But is it though?

    Check out the Read To Lead Challenge 2022 and the Memento Mori Medallion.

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  • In Meditations, Marcus Aurelius marvels at “nature’s inadvertence.” A baker, he writes, makes the dough, kneads it and then puts it in the oven. Then physics, then Nature takes over. “The way loaves of bread split open,” Marcus writes, “the ridges are just byproducts of the baking, and yet pleasing, somehow: they rouse our appetite without our knowing why.”

    Today is the last day you can order our premium leather-bound edition of Meditations to ensure holiday delivery!

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  • In the first of a two-part interview, Ryan speaks with one of the great non-fiction writers and historians of our time, Adam Hochschild, about how history can inform the push for change in the present, the civil rights trailblazers he examined in his book Bury the Chains (one of Ryan’s favorites), the links between the Stoic virtues and the United States’ anti-slavery movement, and more. Part two will be published on Saturday.

    Adam Hochschild is an American author, journalist, historian, and lecturer. He has written 11 books, including the highly regarded and influential King Leopold’s Ghost. He has written for the New Yorker, Harper’s Magazine, The Atlantic, Granta, the Times Literary Supplement, the New York Review of Books, the New York Times Magazine, and The Nation. He has received many awards for his writing, including the Duff Cooper Prize and the Mark Lynton History Award for King Leopold’s Ghost, and the California Book Awards Gold Medal and the Los Angeles Times Book Prize for History for Bury the Chains. Adam graduated from Harvard in 1963, and he holds honorary degrees from Curry College and the University of St. Andrews.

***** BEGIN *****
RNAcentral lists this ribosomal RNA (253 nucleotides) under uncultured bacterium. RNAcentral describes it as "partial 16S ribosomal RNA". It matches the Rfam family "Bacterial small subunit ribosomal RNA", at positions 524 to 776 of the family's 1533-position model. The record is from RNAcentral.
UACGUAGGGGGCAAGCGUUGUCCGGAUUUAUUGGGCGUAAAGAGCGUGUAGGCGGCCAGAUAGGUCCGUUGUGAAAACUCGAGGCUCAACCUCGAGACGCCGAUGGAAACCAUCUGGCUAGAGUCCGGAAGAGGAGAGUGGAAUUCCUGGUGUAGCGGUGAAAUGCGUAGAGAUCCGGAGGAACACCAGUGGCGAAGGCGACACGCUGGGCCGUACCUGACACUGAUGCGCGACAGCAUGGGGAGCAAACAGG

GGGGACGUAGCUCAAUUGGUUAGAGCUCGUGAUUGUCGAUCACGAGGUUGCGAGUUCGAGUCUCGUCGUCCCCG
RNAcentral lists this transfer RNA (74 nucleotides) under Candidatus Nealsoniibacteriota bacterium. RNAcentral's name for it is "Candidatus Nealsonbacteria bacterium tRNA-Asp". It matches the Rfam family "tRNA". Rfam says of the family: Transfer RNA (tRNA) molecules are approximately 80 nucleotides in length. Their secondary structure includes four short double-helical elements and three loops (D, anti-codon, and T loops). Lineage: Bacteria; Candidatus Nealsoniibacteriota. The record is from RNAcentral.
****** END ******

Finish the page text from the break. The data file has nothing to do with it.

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  • “It is a vast kingdom to be able to cope without a kingdom,” Seneca wrote in his play, Thyestes. This was no mere word play. This was hard-won wisdom.

    No one can stop you from ruling over yourself. It’s the best and the biggest and the strongest kingdom there is.

    ---

    Those who have never been tested should be pitied, Seneca said, because they don’t know what they’re capable of. To Marcus, philosophy was all about challenging yourself. It was about settling on words and reminders (epithets, he called them) to live up to, particularly in difficult situations.

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  • The Roman Empire at that time was enormous. Jobs were scarce. Unemployment was high. Rapid expansion and economic stagnation had led to a sort of economic recession–one not unlike the one that looms globally right now.